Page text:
I don't think that putting ratings on books leads to banning books. It gives readers and parents an idea of what they can expect. My niece picked up fifty shades of grey, because she'd heard someone say it was a good book. After reading the first little bit, she realized it wasn't for her. As a parent we're suppose to be aware of what our kids are reading, but a rating would certainly be helpful.

Shooting Stars Mag said...

What's funny about the Harry Potter books is that the swearing isn't that relevant in the U.S., because we don't use "bloody" to most readers, it's not really seen as a swear word.

I think ratings would be kind of dangerous...it gives people a greater traction to ban books and I defintiely don't agree with that. I grew up reading all sorts of things but books don't make you do things. it always depends on the person.


carol said...

I didn't realize "bloody" would be considered a swear word.

I think I would be okay with a note on the back of the book, not necessarily age, but more like "contains strong swear words" or "graphic sex scenes," a little bit of warning.

Melissa (Books and Things) said...

I've read books that were beyond my "age" while growing up. I'm glad I wasn't banned from reading them because someone decided that they wanted my parent's job. I also think that swear words give authenticity to the characters and that is why teens tend to like them better.

I also don't like ratings. In the states there was an important documentary that came out about bulling. Kids who should see this to gain knowledge were banned from seeing this (i.e. IN schools) because of the ratings for swearing and violence. THAT was the point. Plus, I agree with you... too close to the slippery slope to banning books.

Heather said...

Swearing for the sake of swearing is just plain wrong no matter the medium. I remember watching a comic who was standing on the stage and all he did was say the 'f' word and the audience went wild, they loved it, so he said it again, they loved it even more. I don't get it. He didn't do anything or say anything of meaning, why did the audience go wild. That word has lost all meaning and significance when it is used like that. used very sparingly and in an appropriate context, swwearing can have a big impact and be a useful tool.

Fairday Morrow said...

What an interesting post! It has certainly given me a lot to think about. I remember a couple curse words in HP- but bloody wasn't one of them! It is not a curse here in the US, so it didn't stand out. I guess where the book is being read can make a difference, too.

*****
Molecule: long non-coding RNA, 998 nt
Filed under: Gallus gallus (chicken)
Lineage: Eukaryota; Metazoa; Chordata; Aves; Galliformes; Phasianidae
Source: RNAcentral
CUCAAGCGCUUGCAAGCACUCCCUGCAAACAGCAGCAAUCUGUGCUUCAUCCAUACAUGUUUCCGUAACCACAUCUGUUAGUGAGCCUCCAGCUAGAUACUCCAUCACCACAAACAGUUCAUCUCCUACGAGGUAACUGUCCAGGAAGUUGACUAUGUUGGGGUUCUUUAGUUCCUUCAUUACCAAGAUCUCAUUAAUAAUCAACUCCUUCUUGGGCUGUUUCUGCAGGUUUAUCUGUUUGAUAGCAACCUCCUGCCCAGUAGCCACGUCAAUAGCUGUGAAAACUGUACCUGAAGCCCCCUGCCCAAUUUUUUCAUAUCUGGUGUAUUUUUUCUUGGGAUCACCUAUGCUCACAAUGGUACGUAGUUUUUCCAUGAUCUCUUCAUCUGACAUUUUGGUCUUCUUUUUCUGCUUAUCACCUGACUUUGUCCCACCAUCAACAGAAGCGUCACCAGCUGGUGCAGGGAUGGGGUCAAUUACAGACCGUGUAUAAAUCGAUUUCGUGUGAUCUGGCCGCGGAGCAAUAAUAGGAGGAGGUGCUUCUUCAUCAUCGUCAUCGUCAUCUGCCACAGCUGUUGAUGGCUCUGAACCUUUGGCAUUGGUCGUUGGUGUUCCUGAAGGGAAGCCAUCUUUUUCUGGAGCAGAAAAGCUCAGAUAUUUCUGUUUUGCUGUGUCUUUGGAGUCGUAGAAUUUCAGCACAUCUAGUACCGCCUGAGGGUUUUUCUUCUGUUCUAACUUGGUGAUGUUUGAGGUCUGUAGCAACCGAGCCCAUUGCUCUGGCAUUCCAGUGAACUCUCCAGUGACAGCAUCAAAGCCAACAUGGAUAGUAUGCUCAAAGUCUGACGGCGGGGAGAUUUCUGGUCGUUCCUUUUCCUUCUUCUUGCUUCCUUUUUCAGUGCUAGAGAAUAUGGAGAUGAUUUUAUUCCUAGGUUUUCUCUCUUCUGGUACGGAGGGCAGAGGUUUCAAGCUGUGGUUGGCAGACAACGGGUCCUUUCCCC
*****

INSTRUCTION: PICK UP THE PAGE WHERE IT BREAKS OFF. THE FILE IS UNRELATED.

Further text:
I think the most important thing is for parents to be aware of books and what they are comfortable with their child reading. The more parents read the more they can discuss books with their kids. I could read whatever I wanted growing up- and books certainly weren't my first introduction to swearing. I think it is good for kids to make up their minds about what they want to read,and what they think about what they read. Sometimes the characters doing things my parents wouldn't have wanted me to read about helped me to see who I DIDN'T want to be. :)

Such a fascinating topic!
Oh- and thanks so much for mentioning my blog. :)

Brandileigh2003 (Blkosiners Book Blog) said...

Wow. YEah that is a very slippery slope. As far as cursing, I don't think I honestly notcie it but I am also 27 yrs old.

Jeannie said...

I don't think they should censor books. They could put a warning about strong language and the prissy people could then avoid making themselves distraught. I read the Happy Hooker when I was about 12 or 13. I was not inspired to become a sexual deviant or even become sexually active. Kids hear swear words in the real world. A character has to be believable to be popular. The odd swear word makes us all human.

So many books, so little time said...

I hate swearing for the sake of swearing however books like Harry Potter and the use of bloody I wouldn't count as swearing and if we remove everything like that our children will still be exposed out with our houses. I think it is better to teach what is right and wrong (not just with naughty or bad words) and teach our children about why they should use these words than try and hide them.

Lainy http://www.alwaysreading.net

anilkurup said...

This takes me back to the time when Enid Blyton and other children's fiction writers were around. i do no remember any swear words in Blyton's books.

Well, more than books , if you watch Hollywood stuff these days , especially the ones with teen characters the four letter word is used half the time they speak.

Betty Manousos said...

yet another interesting and so well written article, tracy!

i think putting ratings on books it's good, because it gives the readers an idea of what they can expect to read.

oh, "bloody" would be considered a swear word"? didn't realise that.

Mamakucingbooks said...

I dont really like books wth swear word splatter all over. I don;t mind if there are just some swear wordsin the book bot not nearly every age.

Jenners said...

I say it is a storm in a tea cup. As long as they read, I don't give a flying f**K! ; )